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How I Write and Learn

How I Dealt with Food Insecurity on Campus

By Kamil, a Peer Tutor

As we acclimate to being back on campus, we are all dealing with a lot of problems that have been an afterthought for over a year now. Those problems include making it to class on time, dealing with dorm room issues, and more specifically, figuring out what and where I was going to eat everyday. I’d always had food provided for me at home, but moving to campus and being unable to afford a meal plan played a large part in whether I was successful my first-year at UNC. Good nutrition and a full stomach can help with focus, but on the opposite end of the spectrum, poor nutrition and constant hunger can be seriously detrimental to someone’s ability to succeed, like it was for me.

Chase Dining Hall with students sitting outside of the pastry area.
Chase Dining Hall on UNC’s campus.

Understanding You’re Not Alone

It’s hard to focus on much else other than a grumbling stomach. I think back to taking my analytical chem final after not having eaten for 3 days, and I remember feeling incredibly alone, like no one would be able to understand the stress I was dealing with.

One of the biggest difficulties faced while being food insecure was the guilt and shame of others knowing. The burden of other people knowing I didn’t have enough to eat everyday took a toll on my mental health because I was afraid of what others would think of me. It helped me to learn that I was not alone, and that according to a story written by Katie Rice, upwards of 25% of undergraduates also deal with food insecurity in some capacity. What is food insecurity? Food insecurity is the lack of access to consistent, nutritious food. This means that a diet of only ramen noodles would definitely put you in this category! Reading Katie’s article made me realize that there is no shame in asking for help, and this was what put me on the road to finding resources and support that could help me during this period of my life. Introspection about the reasons I was doing poorly helped me figure out that I needed to make an effort to eat better. For me, developing good eating habits and figuring out my options helped me to practice self-care and manage the stressful transition to college.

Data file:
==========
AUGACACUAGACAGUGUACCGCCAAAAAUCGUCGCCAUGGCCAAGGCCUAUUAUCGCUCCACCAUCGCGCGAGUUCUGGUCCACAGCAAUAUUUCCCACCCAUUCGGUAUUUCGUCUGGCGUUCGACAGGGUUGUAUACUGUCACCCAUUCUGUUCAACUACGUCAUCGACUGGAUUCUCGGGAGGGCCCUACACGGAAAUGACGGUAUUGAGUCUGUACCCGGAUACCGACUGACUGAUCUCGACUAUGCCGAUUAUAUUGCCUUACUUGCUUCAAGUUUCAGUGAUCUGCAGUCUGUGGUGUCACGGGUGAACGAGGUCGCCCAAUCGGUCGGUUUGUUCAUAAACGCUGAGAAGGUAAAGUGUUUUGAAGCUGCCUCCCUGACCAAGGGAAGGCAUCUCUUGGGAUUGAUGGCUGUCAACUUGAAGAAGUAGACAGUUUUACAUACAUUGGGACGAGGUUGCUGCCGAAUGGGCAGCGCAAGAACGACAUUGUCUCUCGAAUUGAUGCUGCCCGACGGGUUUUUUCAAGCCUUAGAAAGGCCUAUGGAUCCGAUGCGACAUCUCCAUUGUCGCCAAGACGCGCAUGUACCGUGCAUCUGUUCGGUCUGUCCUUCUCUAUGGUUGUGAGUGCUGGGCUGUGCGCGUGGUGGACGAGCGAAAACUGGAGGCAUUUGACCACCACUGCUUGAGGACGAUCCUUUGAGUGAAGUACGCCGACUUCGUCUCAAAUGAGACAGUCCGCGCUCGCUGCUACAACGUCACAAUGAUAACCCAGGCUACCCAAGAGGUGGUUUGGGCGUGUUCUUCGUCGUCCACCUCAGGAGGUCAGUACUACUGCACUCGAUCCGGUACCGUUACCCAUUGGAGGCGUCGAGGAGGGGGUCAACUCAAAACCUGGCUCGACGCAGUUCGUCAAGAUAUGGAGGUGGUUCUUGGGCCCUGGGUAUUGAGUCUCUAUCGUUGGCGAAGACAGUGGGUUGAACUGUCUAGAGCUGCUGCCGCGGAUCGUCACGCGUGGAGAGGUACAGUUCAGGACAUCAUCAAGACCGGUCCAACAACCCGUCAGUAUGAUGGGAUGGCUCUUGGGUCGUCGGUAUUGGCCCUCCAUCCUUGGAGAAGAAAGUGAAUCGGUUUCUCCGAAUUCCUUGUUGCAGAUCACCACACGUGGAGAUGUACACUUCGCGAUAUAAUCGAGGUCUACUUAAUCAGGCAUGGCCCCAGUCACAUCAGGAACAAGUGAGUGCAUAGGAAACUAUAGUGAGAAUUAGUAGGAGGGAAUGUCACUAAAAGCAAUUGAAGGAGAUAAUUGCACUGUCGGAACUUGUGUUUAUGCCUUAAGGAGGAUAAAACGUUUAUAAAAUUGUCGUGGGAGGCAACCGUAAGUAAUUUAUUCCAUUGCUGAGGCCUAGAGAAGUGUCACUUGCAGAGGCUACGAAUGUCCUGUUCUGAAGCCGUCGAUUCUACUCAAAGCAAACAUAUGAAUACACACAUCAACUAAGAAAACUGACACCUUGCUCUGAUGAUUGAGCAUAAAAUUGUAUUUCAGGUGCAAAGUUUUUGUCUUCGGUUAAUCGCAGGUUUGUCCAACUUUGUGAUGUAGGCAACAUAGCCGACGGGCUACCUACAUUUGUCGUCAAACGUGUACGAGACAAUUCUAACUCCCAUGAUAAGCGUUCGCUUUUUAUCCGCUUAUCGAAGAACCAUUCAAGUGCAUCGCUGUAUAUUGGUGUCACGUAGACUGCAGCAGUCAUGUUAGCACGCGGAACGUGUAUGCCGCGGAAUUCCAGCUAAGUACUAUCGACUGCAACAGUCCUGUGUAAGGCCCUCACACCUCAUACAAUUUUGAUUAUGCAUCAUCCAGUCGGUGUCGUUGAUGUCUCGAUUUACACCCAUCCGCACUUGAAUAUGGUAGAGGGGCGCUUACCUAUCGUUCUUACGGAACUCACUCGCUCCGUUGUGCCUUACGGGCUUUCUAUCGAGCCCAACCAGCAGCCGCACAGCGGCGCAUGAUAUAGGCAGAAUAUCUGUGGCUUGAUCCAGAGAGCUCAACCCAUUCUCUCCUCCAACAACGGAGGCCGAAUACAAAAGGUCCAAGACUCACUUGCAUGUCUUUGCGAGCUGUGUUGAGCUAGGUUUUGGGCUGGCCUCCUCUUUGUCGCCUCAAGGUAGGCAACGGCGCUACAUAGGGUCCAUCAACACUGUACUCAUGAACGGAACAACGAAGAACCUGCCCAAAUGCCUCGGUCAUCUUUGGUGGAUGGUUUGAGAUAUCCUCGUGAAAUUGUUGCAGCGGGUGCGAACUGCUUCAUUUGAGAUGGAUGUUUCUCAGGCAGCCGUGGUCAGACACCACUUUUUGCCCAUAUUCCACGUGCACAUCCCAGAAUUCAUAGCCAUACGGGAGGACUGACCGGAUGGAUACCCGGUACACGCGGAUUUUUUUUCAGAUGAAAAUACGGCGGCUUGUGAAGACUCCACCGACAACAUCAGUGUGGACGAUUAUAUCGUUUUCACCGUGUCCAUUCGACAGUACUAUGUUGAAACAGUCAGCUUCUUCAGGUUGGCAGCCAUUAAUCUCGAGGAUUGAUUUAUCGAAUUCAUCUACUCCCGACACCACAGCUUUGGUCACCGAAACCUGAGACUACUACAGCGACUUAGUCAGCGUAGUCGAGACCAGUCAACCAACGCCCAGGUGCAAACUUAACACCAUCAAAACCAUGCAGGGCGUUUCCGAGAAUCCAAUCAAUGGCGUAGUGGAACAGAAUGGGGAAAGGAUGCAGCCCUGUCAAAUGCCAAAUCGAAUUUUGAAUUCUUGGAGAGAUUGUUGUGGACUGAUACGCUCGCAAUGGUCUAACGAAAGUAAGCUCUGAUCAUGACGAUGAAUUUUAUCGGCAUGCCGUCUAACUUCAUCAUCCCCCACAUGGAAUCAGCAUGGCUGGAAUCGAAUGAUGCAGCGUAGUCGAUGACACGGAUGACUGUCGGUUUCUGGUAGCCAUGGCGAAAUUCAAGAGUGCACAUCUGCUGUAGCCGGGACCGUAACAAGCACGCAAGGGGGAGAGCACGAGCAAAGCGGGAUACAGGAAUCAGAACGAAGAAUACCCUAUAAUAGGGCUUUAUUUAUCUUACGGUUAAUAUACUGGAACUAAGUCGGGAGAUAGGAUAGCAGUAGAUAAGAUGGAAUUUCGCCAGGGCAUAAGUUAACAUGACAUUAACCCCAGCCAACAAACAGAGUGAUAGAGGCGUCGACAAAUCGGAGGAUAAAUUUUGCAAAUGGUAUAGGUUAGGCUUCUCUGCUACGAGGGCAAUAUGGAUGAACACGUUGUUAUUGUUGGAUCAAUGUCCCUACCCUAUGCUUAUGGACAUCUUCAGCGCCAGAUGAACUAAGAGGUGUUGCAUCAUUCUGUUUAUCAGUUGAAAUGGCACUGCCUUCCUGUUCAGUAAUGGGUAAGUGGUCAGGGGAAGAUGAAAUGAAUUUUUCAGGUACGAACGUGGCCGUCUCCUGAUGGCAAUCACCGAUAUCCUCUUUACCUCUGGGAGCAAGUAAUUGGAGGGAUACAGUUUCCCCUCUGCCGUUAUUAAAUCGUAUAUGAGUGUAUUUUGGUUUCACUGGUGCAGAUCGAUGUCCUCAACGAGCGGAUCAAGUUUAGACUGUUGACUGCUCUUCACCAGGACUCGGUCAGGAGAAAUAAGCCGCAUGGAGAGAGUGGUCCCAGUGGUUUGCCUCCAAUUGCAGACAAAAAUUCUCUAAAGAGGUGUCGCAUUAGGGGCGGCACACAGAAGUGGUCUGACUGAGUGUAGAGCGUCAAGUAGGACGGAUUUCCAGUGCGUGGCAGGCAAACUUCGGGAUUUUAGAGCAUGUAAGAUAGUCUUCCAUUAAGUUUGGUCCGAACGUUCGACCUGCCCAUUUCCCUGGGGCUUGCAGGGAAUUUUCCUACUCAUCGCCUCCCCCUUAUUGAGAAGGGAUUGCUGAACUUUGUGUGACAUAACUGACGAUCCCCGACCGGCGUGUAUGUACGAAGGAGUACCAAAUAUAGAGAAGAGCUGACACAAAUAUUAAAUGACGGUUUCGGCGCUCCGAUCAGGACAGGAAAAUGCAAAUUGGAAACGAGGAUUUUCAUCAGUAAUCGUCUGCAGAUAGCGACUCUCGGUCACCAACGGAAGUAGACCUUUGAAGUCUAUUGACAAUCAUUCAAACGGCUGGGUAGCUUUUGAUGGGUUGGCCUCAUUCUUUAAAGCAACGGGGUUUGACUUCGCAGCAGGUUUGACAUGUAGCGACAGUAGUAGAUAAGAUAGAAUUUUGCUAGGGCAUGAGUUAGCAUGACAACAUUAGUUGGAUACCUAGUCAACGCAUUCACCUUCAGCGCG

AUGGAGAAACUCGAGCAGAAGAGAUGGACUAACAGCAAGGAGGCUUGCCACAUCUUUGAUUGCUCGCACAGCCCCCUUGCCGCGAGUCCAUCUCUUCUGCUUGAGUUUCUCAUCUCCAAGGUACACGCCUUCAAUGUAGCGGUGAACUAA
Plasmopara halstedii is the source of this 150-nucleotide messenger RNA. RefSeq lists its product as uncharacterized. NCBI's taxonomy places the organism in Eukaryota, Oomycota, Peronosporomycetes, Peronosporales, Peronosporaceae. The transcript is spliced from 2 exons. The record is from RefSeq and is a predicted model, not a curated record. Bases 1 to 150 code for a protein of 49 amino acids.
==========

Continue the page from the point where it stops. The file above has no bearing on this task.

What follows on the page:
Carolina Has Your Back

Not knowing where to go, my first idea was to ask my orientation leader if they knew of any resources, and they led me to a ton of resources specifically for people in the same position as me. Carolina Cupboard provides food for students, no questions asked, with discreet packaging. Carolina Cupboard is located in the basement of Avery Residence Hall, and all it took was a little bit of online-pre registration and I left with enough food to last me a week. Carolina cupboard also referred me to food pantries off campus, which was a great option for students who don’t live on-campus but are a part of the UNC ecosystem. Community Market and the Take and Eat Food Pantry are other great options!

A logo of a basket full of food items that reads Carolina Cupboard: Community Food Bank.
Carolina Cupboard: Community Food Bank

Signing Up for Carolina Cupboard

The Carolina Cupboard has an interface that was incredibly easy for me to use. There are two surveys I had to fill out prior to picking up my food. One was the demographic survey, which asks a few questions that are all entirely anonymous, and responses are only used to report to the school administration. The next survey I had to fill out was the registration form. The registration form is where I input my personal information, and it also asks questions about the type of food that would work for me and what type of kitchen appliances I had access to. After that, all that’s left is to decide on a pickup time, and I was good to go!

The Carolina Cupboard landing page with information for new and returning students.
The Carolina Cupboard landing page offers information for new and returning students.

Good Nutrition = Good Vibes

There is no shame in asking for help, and I don’t regret my decision in any way. Using Carolina Cupboard gave me the support I needed to get me through what was an extremely rough first year. For people dealing with food insecurity, and even those who aren’t, Carolina Cupboard is a great first stop. They are always looking for donations, and even more so for volunteers!

This blog showcases the perspectives of UNC Chapel Hill community members learning and writing online. If you want to talk to a Writing and Learning Center coach about implementing strategies described in the blog, make an appointment with a writing coach, a peer tutor, or an academic coach today. Have an idea for a blog post about how you are learning and writing remotely? Contact us here.

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